Log In Sign Up

Improving Security in McAdams Coefficient-Based Speaker Anonymization by Watermarking Method

by   Candy Olivia Mawalim, et al.

Speaker anonymization aims to suppress speaker individuality to protect privacy in speech while preserving the other aspects, such as speech content. One effective solution for anonymization is to modify the McAdams coefficient. In this work, we propose a method to improve the security for speaker anonymization based on the McAdams coefficient by using a speech watermarking approach. The proposed method consists of two main processes: one for embedding and one for detection. In embedding process, two different McAdams coefficients represent binary bits “0" and “1". The watermarked speech is then obtained by frame-by-frame bit inverse switching. Subsequently, the detection process is carried out by a power spectrum comparison. We conducted objective evaluations with reference to the VoicePrivacy 2020 Challenge (VP2020) and of the speech watermarking with reference to the Information Hiding Challenge (IHC) and found that our method could satisfy the blind detection, inaudibility, and robustness requirements in watermarking. It also significantly improved the anonymization performance in comparison to the secondary baseline system in VP2020.


page 4

page 6


Multi-stage Speaker Extraction with Utterance and Frame-Level Reference Signals

Speaker extraction uses a pre-recorded reference speech as the reference...

Speaker anonymisation using the McAdams coefficient

Anonymisation has the goal of manipulating speech signals in order to de...

Distinguishable Speaker Anonymization based on Formant and Fundamental Frequency Scaling

Speech data on the Internet are proliferating exponentially because of t...

Look who's not talking

The objective of this work is speaker diarisation of speech recordings '...

Acoustic-to-articulatory Inversion based on Speech Decomposition and Auxiliary Feature

Acoustic-to-articulatory inversion (AAI) is to obtain the movement of ar...

Anonymizing Speech with Generative Adversarial Networks to Preserve Speaker Privacy

In order to protect the privacy of speech data, speaker anonymization ai...

Collar-aware Training for Streaming Speaker Change Detection in Broadcast Speech

In this paper, we present a novel training method for speaker change det...

1 Introduction

Speech technology has been developed rapidly in recent years, with applications such as a virtual assistant that receives speech commands as its input. On the one hand, this technology helps us to live more conveniently. On the other hand, it can cause privacy issues because speech encapsulates personal identifiable information (PII) such as age, gender, health, and emotional state [1]. This issue has been escalating due to the increasing availability of advanced speech synthesis technology. At this stage, with only a few speech samples spoken by a target speaker, we could easily clone a new utterance spoken by the speaker [2].

To preserve speech privacy, speaker anonymization or de-identification is used as a preprocessing method before the speech is publicly distributed. Research on speaker anonymization constitutes a relatively new area that has emerged following the efforts to suppress speaker identity to fool speaker identification systems. In prior studies, the Kaldi phone has been used for voice transformation [3, 4]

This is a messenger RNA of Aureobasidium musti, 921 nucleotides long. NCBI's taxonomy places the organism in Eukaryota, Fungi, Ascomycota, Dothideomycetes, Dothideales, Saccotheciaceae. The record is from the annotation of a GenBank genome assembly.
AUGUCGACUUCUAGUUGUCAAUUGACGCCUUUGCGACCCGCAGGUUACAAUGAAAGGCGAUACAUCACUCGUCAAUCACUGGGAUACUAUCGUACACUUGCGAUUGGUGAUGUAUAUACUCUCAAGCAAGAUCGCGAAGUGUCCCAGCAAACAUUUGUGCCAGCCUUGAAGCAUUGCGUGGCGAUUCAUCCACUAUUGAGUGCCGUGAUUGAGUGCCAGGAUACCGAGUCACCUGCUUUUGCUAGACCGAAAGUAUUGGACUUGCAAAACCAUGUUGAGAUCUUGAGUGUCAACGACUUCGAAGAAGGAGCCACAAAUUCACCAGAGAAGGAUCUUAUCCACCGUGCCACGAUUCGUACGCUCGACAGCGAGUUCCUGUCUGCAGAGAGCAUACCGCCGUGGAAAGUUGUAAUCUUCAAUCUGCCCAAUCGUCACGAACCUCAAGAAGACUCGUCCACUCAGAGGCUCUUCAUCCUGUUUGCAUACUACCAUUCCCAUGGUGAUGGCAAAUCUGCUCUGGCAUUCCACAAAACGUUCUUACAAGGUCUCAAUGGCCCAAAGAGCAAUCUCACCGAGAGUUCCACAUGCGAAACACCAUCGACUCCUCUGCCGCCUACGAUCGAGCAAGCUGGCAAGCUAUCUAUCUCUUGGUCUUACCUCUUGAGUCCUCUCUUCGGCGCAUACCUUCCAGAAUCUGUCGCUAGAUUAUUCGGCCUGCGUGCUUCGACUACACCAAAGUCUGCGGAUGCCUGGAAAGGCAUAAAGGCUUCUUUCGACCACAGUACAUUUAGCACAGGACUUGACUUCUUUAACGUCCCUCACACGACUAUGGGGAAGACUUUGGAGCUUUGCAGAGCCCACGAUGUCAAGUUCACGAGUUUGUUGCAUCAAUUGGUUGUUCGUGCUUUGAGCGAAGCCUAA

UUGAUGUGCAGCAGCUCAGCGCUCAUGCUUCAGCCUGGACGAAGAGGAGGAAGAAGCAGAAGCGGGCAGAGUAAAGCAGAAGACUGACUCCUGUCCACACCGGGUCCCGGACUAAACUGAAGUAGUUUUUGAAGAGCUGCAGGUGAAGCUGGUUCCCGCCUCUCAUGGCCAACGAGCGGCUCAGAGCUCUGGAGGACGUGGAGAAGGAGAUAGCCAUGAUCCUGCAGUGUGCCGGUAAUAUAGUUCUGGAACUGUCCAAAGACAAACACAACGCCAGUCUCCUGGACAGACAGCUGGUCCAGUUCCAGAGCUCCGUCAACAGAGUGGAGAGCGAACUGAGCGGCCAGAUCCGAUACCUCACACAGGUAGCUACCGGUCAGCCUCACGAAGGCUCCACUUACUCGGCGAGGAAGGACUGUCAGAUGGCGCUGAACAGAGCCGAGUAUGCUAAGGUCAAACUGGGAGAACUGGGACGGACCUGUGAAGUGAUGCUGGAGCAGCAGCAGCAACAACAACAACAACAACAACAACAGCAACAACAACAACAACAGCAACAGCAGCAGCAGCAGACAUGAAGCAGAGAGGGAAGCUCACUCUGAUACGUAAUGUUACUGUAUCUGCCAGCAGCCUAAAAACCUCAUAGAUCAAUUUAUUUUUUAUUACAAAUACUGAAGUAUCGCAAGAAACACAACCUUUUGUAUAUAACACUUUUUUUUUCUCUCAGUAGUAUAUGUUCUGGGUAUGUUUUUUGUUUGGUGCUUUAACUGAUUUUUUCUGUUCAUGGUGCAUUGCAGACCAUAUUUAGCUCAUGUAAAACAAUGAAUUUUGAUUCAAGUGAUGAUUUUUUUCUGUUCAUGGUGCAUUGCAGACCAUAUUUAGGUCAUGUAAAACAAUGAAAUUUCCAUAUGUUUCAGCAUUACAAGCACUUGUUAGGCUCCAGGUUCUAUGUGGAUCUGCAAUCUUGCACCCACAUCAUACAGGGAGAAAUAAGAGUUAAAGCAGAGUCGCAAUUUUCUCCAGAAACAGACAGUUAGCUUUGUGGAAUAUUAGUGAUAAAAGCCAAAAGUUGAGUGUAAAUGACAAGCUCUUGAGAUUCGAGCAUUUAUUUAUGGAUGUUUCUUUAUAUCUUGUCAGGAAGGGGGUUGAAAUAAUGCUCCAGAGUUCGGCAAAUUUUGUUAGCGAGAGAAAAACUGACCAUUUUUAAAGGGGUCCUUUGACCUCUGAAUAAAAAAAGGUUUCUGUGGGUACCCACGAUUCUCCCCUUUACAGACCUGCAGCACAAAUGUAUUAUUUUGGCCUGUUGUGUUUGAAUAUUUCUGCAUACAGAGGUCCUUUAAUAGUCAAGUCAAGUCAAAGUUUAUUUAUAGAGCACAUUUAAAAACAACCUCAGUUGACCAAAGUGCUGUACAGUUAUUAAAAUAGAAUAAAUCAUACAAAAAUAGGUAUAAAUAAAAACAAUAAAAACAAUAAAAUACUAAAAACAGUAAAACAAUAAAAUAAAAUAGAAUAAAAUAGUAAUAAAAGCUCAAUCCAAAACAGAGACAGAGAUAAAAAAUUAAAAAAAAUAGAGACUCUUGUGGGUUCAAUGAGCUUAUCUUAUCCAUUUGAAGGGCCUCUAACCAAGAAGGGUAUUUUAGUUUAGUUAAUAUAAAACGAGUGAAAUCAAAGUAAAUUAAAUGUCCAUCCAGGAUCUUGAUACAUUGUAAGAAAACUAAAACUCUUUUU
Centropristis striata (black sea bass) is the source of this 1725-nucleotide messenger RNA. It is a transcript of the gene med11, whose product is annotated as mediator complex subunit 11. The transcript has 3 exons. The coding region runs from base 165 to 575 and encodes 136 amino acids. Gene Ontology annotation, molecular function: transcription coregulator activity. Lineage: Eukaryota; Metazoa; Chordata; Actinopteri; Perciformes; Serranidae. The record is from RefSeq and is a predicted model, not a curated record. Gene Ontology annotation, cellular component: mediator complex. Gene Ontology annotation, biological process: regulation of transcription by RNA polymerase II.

and could successfully fool the earlier speaker identification system based on a Gaussian mixture model (GMM). In addition, another approach based on cepstral frequency warping has been used for speech transformation for the purpose of de-identification 


Although a few solutions have been proposed for anonymization, there is no formal definition or task in place yet, which causes ambiguity in determining the level of anonymization performance. Hence, the VoicePrivacy 2020 Challenge (VP2020) was initiated with the goal of fostering the development of speaker anonymization techniques by defining the task, metrics, scenarios, and a benchmark for the initial solutions (baseline). In this challenge, an anonymization system suppressed PII while maintaining the intelligibility and naturalness of a speech signal [1]

.Two baseline systems were provided: (1) a primary baseline based on a state-of-the-art x-vector embedding and neural waveform modelling

[6], and (2) a secondary baseline based on the manipulation of pole locations derived by linear predictive coding (LPC) using the McAdams coefficient [7].

As a result of the VP2020, several systems have been proposed for speaker anonymization [8]. Most of these systems focused on improving the primary baseline [9, 10, 11], since it achieved superior results in comparison to the secondary baseline. In this paper, we focus on improving the security of the secondary baseline, which is much less complex than the primary baseline and requires no training data. Our proposed method is based on a speech watermarking approach. With speech watermarking, it is possible to embed a secret message (also called a watermark) [12] that can be used to verify the authentication of the speech. We speculate that by embedding a watermark in anonymized speech, we should be able to identify the originality of the speech or use it to prevent speech spoofing.

In Section 2 of this paper, we provide a brief overview of related studies. Section 3 introduces our proposed method. Our experimental setting, evaluations, and results are reported in Section 4. We conclude in Section 5 with a brief summary and mention of future work.

2 McAdams coefficient-based Speaker Anonymization